The renminbi has moved closer to joining the other top global currencies in the International Monetary Fund’s Special Drawing Rights (SDR) currency basket after the IMF's managing director Christine Lagarde and her staff gave the green light for the move.
Lagarde said the fund’s staff determined that the Rmb meets the requirements to be a “freely usable” currency and therefore proposes that the executive board include the Chinese currency in the SDR basket.
"I support the staff’s findings,” Lagarde said in a statement on Friday, which was immediately welcomed by the People’s Bank of China (PBoC), the country’s central bank.
The PBoC said the recommendation by Lagarde and its staff reflected China’s economic development and its reforms in the past. ”Beijing will continue to push forward its reform in the country's financial markets and encourage more foreign participants,” it said.
Lagarde will chair a meeting of the IMF’s executive board on November 30 to consider the Rmb’s inclusion in the basket. If the board decides in favour, it would take effect on October 1, 2016, according to a HSBC forecast. The Rmb could have a 14% weight in the SDR, which determines the composition of loans made to countries like Greece.
The IMF reviews the composition of the foreign currencies in the SDR basket every five years and the Rmb’s inclusion would be the first change since 2001, when the euro replaced the German mark and French franc.
Inclusion would make it the fifth currency in the SDR basket after the US dollar, Japanese yen, British pound and Euro, and follows rejection of the Rmb in 2010 because the currency wasn't "freely usable" at that time.
Joining the SDR would be a major milestone for Beijing, which has campaigned hard for the move by issuing Rmb-denominated bonds in overseas markets.
The move could trigger more demand for the Rmb among central banks globally as they should rebalance their foreign exchange holdings relative to the IMF benchmark.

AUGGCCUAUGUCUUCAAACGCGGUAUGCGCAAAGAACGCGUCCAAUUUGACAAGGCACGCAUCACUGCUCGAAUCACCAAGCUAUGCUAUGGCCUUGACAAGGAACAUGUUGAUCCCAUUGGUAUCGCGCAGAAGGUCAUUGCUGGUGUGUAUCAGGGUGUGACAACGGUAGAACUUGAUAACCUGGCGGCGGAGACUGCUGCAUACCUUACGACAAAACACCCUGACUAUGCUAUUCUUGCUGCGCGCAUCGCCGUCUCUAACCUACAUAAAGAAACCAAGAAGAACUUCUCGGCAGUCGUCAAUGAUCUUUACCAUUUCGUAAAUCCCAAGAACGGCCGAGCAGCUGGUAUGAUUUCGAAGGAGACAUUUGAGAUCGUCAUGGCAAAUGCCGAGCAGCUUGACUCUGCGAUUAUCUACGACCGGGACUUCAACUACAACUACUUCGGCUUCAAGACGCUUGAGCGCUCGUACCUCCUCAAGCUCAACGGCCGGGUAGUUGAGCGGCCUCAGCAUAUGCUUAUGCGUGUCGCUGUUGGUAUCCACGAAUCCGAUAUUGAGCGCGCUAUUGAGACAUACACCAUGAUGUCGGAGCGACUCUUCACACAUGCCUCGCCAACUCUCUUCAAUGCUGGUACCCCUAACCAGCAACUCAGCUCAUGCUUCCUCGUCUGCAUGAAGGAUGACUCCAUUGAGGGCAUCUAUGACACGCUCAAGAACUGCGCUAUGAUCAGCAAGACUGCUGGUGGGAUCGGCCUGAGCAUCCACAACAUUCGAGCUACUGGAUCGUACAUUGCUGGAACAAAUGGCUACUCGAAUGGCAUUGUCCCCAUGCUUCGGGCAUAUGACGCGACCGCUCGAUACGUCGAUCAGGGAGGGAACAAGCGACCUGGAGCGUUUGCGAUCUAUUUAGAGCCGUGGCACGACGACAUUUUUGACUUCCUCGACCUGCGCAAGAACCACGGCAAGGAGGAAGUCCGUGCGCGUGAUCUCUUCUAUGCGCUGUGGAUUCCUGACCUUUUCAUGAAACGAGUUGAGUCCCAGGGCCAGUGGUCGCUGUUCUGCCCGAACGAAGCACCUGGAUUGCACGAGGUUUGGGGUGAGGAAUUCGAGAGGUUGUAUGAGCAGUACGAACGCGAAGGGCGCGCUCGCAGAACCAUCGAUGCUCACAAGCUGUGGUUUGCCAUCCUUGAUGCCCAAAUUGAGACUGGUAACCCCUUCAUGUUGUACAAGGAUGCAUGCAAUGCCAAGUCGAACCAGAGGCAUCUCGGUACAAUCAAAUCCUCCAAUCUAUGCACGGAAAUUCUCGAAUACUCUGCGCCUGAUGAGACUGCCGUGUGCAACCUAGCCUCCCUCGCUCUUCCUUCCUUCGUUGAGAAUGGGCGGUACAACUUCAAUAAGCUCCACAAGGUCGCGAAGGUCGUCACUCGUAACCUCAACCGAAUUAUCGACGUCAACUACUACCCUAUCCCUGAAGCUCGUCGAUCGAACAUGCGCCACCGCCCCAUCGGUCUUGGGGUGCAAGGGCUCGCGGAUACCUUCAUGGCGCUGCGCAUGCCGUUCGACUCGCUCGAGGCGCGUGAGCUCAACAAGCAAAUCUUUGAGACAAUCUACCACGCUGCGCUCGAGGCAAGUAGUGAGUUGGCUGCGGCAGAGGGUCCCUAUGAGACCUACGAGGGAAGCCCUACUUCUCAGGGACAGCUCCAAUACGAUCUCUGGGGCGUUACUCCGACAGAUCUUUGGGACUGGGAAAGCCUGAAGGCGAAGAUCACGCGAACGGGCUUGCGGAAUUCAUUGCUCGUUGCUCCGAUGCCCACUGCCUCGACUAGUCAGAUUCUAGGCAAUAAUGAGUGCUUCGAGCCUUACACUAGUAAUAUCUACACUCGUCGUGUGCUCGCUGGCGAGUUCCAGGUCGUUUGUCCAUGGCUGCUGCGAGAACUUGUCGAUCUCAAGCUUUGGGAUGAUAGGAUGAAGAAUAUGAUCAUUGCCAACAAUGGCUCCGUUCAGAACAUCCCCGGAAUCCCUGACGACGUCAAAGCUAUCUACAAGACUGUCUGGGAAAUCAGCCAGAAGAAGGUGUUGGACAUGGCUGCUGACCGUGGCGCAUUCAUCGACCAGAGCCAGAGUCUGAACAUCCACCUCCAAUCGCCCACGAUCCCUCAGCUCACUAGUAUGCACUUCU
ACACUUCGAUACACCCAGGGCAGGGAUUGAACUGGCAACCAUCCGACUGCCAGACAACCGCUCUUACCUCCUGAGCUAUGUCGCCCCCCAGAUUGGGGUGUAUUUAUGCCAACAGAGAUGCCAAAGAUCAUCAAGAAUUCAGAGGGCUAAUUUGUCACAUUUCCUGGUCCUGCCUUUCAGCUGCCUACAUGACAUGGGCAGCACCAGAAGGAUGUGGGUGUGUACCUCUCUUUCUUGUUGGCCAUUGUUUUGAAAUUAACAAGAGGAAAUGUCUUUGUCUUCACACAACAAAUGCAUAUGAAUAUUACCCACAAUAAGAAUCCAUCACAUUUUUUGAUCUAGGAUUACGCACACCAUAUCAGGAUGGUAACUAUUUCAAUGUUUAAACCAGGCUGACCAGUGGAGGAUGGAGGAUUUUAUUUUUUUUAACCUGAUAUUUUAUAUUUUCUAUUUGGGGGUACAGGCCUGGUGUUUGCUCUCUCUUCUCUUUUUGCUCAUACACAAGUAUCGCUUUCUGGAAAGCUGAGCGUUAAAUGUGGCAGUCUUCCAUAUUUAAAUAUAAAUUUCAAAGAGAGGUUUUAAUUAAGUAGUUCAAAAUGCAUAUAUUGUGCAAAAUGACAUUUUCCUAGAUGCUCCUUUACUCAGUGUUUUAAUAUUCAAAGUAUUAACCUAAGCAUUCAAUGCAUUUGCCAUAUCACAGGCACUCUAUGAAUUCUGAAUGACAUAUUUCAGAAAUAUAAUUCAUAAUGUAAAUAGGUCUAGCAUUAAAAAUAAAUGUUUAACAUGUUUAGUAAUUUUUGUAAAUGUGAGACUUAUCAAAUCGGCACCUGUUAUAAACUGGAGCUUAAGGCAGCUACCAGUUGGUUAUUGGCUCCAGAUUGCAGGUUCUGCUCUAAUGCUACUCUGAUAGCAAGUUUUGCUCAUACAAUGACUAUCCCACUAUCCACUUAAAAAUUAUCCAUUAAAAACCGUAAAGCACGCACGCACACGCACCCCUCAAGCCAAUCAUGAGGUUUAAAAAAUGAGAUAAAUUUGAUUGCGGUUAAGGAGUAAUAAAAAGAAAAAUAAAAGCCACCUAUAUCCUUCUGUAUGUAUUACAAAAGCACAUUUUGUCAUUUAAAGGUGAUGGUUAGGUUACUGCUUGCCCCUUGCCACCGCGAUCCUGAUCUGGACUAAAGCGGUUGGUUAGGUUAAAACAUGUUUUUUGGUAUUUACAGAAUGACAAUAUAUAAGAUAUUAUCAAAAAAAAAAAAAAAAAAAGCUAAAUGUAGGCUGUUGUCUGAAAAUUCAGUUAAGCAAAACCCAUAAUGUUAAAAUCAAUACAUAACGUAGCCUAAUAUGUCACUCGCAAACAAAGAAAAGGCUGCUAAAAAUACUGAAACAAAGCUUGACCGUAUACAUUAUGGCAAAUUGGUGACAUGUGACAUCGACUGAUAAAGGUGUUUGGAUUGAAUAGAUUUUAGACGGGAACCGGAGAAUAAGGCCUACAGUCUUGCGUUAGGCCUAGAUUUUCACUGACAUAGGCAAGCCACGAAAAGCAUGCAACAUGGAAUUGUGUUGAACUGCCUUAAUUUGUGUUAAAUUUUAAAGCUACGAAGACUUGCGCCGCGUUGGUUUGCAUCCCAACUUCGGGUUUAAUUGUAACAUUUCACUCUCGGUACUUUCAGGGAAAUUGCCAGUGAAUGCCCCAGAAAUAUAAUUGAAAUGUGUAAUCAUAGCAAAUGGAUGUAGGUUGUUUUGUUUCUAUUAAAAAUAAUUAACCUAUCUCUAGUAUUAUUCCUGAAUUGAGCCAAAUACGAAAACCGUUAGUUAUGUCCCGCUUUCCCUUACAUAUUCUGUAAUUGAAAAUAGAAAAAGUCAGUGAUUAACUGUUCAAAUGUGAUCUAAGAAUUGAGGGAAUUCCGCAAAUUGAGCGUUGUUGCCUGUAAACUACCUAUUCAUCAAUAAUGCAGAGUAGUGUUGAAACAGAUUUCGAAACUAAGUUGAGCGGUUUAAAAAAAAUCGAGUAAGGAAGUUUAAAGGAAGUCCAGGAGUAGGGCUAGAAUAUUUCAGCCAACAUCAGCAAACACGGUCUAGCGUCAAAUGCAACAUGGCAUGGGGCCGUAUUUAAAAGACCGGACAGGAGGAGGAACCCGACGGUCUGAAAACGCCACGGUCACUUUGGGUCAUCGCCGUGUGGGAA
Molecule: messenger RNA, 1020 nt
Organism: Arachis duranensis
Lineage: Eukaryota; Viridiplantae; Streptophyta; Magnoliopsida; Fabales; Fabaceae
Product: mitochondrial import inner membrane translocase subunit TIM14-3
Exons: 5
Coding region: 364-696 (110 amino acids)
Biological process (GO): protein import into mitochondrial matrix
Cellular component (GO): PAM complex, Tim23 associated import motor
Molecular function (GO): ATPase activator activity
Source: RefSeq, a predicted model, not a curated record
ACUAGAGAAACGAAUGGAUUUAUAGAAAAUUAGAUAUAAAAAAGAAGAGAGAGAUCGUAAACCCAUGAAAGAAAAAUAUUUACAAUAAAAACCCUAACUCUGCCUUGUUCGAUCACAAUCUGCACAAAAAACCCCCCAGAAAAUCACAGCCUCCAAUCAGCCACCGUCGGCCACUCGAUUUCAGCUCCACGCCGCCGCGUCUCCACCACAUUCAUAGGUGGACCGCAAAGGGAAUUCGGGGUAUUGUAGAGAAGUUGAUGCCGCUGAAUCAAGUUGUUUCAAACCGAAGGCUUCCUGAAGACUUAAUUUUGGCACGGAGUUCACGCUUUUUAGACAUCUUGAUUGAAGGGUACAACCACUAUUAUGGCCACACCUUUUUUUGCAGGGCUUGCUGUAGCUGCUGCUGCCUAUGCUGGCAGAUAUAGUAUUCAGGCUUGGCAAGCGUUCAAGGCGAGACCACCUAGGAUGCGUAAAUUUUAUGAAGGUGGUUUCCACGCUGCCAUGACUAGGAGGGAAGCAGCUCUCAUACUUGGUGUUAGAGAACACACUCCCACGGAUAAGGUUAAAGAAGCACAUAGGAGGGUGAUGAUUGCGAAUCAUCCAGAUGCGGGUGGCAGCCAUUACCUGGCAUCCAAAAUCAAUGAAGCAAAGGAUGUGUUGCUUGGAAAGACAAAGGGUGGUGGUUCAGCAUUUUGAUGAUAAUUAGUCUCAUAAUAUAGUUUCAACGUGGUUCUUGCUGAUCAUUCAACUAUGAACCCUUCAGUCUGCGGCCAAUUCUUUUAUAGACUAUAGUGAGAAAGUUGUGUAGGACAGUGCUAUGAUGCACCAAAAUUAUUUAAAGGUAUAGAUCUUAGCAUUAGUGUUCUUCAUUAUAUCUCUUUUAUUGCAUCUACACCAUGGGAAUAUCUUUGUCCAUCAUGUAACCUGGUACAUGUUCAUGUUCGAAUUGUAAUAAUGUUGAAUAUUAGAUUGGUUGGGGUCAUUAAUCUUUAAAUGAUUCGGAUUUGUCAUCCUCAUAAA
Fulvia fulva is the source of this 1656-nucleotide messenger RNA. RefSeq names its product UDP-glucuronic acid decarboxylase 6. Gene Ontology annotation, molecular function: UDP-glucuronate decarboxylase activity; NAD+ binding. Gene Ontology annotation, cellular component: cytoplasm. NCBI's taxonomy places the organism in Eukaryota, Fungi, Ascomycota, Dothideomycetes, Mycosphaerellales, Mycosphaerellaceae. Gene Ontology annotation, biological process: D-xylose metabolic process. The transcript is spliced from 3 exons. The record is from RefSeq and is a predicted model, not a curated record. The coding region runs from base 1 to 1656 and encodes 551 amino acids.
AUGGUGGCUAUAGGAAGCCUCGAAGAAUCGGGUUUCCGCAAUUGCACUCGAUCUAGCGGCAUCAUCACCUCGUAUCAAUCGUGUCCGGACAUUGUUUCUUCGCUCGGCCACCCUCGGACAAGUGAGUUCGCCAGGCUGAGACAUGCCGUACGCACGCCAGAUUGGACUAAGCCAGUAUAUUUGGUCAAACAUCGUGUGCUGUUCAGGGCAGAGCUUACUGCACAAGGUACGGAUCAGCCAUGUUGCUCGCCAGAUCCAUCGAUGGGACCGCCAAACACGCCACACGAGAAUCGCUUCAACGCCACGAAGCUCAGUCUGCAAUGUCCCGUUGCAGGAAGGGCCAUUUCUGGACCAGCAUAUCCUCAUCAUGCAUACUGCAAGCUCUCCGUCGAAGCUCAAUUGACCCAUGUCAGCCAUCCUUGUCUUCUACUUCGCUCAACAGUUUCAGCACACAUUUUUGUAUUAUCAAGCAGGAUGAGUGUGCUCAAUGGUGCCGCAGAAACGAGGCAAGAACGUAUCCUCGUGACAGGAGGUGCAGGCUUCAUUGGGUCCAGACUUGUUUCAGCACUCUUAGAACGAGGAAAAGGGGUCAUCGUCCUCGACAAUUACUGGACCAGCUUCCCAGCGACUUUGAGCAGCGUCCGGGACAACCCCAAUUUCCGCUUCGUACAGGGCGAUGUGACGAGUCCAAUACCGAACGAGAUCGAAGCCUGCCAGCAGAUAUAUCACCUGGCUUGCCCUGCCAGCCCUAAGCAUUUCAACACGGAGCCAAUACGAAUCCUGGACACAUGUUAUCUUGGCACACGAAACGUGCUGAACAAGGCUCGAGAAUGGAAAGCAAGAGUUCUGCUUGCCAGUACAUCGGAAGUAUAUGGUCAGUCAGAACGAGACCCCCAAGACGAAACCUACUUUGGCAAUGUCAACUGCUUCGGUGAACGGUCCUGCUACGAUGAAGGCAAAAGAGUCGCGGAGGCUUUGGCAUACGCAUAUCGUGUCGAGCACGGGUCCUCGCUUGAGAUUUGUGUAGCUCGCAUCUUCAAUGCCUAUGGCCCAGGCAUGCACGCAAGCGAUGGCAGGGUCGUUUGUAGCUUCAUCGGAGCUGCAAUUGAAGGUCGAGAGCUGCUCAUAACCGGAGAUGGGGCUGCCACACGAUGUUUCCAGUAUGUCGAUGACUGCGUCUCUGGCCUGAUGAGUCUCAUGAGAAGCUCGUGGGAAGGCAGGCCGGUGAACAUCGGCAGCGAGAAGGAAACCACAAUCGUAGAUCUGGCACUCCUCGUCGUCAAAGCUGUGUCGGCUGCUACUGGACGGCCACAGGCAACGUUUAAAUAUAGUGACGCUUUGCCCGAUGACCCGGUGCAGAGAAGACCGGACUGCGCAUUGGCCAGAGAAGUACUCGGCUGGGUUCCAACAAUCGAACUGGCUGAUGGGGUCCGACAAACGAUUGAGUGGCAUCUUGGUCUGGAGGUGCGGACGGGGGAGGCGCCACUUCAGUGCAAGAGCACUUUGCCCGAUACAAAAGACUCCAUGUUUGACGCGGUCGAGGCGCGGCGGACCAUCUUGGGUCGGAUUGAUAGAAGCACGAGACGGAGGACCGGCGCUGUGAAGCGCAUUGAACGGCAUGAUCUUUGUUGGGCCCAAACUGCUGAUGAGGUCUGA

Inclusion in the SDR also illustrates the rise of the world’s second-largest economy and its growing political influence on the world stage.
The Rmb is expected to represent 10% of global reserves by 2025, up from 2.9% by the end of 2015, according to a report by London-based publication Central Banking and HSBC in April, who surveyed 72 central banks responsible for $5.9 trillion in reserves.
Thirty-five central banks, or 53% of respondents, said they were either investing or considering investing in the Chinese currency, although they retained concerns over its convertibility, the liquidity of markets and the quality of credit in some cases, according to the report.
Economists agree that the SDR inclusion would be positive for China and the global economy but China still needs to convince foreign institutions and individual investors of the benefits of holding the Chinese currency.
“While SDR inclusion is an important milestone, it is not the end-game for the internationalization of the Rmb,” said Louis Kuijs, head of Asia Economics at Oxford Economics and a former economist with the IMF between 1997 and 2004.
"It will probably make central banks, sovereign wealth funds and other financial market participants more comfortable to hold Rmb denominated assets, although this will happen gradually." Kuijs added.
In theory, global reserve managers would need to rebalance nearly $1 trillion worth of FX reserves into the Rmb, according to HSBC’s estimate. However, they are unlikely to completely benchmark to the SDR, as they have not done so historically.
The SDR weights are distinctly different from the reserve currency weights indicated by IMF’s Official Foreign Exchange Reserves data, which is closely watched by investors and traders looking for fresh signs of what the global central banks’ actions in the foreign-exchange market.
“If SDR inclusion can bring inflows to China over time, then the PBoC will be more than happy to liberalize some outward flows,” HSBC’s Paul Mackel wrote in a note to client on November 14.